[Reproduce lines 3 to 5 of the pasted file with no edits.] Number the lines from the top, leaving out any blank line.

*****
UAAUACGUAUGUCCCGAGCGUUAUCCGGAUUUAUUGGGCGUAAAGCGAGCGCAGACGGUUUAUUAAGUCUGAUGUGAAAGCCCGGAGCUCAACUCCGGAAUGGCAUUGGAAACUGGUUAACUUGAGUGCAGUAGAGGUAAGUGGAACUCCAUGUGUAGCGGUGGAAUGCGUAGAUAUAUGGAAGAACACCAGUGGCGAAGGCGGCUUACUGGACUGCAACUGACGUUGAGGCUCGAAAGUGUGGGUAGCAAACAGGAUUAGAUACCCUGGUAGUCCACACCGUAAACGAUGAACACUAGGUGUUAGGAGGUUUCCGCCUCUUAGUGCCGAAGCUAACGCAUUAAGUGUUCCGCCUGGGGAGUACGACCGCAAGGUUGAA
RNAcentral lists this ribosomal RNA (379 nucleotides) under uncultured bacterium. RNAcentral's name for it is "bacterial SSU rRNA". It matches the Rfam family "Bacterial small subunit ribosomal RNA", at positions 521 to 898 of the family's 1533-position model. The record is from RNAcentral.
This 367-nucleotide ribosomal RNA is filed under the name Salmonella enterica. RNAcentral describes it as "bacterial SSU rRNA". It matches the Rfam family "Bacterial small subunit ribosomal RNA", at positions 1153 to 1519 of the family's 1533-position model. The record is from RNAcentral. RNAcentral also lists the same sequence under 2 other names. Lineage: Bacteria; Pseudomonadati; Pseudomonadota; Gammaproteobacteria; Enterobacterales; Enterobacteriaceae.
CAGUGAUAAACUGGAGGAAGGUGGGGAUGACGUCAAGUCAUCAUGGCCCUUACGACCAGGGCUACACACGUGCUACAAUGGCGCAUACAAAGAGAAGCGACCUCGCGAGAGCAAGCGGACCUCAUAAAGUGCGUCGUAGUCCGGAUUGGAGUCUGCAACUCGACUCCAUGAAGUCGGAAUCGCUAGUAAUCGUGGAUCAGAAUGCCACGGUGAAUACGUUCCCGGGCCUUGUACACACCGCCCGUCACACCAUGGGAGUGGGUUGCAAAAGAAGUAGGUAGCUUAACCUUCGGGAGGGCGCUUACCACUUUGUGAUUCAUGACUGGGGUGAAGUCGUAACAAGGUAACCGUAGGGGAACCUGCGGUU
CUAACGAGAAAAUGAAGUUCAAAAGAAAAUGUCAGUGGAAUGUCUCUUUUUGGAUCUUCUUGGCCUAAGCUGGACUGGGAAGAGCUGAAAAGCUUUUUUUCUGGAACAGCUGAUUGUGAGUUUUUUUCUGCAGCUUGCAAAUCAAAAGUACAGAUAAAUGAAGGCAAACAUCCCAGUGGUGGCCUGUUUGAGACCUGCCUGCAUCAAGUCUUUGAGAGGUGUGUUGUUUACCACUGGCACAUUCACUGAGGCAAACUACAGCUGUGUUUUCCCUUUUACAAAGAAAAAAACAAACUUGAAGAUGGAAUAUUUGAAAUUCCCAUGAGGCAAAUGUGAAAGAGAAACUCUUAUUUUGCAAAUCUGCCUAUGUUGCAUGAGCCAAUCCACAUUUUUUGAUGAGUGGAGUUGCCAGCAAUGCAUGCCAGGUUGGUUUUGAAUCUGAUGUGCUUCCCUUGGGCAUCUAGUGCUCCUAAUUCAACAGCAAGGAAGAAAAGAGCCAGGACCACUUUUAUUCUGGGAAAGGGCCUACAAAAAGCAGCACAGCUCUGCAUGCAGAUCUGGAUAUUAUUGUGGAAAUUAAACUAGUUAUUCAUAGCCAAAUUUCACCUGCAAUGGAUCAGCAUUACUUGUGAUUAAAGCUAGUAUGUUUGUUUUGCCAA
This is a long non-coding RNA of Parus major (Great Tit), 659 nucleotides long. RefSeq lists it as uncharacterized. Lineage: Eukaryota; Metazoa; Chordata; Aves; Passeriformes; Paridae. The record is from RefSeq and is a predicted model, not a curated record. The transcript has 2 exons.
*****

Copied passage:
This 367-nucleotide ribosomal RNA is filed under the name Salmonella enterica. RNAcentral describes it as "bacterial SSU rRNA". It matches the Rfam family "Bacterial small subunit ribosomal RNA", at positions 1153 to 1519 of the family's 1533-position model. The record is from RNAcentral. RNAcentral also lists the same sequence under 2 other names. Lineage: Bacteria; Pseudomonadati; Pseudomonadota; Gammaproteobacteria; Enterobacterales; Enterobacteriaceae.
CAGUGAUAAACUGGAGGAAGGUGGGGAUGACGUCAAGUCAUCAUGGCCCUUACGACCAGGGCUACACACGUGCUACAAUGGCGCAUACAAAGAGAAGCGACCUCGCGAGAGCAAGCGGACCUCAUAAAGUGCGUCGUAGUCCGGAUUGGAGUCUGCAACUCGACUCCAUGAAGUCGGAAUCGCUAGUAAUCGUGGAUCAGAAUGCCACGGUGAAUACGUUCCCGGGCCUUGUACACACCGCCCGUCACACCAUGGGAGUGGGUUGCAAAAGAAGUAGGUAGCUUAACCUUCGGGAGGGCGCUUACCACUUUGUGAUUCAUGACUGGGGUGAAGUCGUAACAAGGUAACCGUAGGGGAACCUGCGGUU
CUAACGAGAAAAUGAAGUUCAAAAGAAAAUGUCAGUGGAAUGUCUCUUUUUGGAUCUUCUUGGCCUAAGCUGGACUGGGAAGAGCUGAAAAGCUUUUUUUCUGGAACAGCUGAUUGUGAGUUUUUUUCUGCAGCUUGCAAAUCAAAAGUACAGAUAAAUGAAGGCAAACAUCCCAGUGGUGGCCUGUUUGAGACCUGCCUGCAUCAAGUCUUUGAGAGGUGUGUUGUUUACCACUGGCACAUUCACUGAGGCAAACUACAGCUGUGUUUUCCCUUUUACAAAGAAAAAAACAAACUUGAAGAUGGAAUAUUUGAAAUUCCCAUGAGGCAAAUGUGAAAGAGAAACUCUUAUUUUGCAAAUCUGCCUAUGUUGCAUGAGCCAAUCCACAUUUUUUGAUGAGUGGAGUUGCCAGCAAUGCAUGCCAGGUUGGUUUUGAAUCUGAUGUGCUUCCCUUGGGCAUCUAGUGCUCCUAAUUCAACAGCAAGGAAGAAAAGAGCCAGGACCACUUUUAUUCUGGGAAAGGGCCUACAAAAAGCAGCACAGCUCUGCAUGCAGAUCUGGAUAUUAUUGUGGAAAUUAAACUAGUUAUUCAUAGCCAAAUUUCACCUGCAAUGGAUCAGCAUUACUUGUGAUUAAAGCUAGUAUGUUUGUUUUGCCAA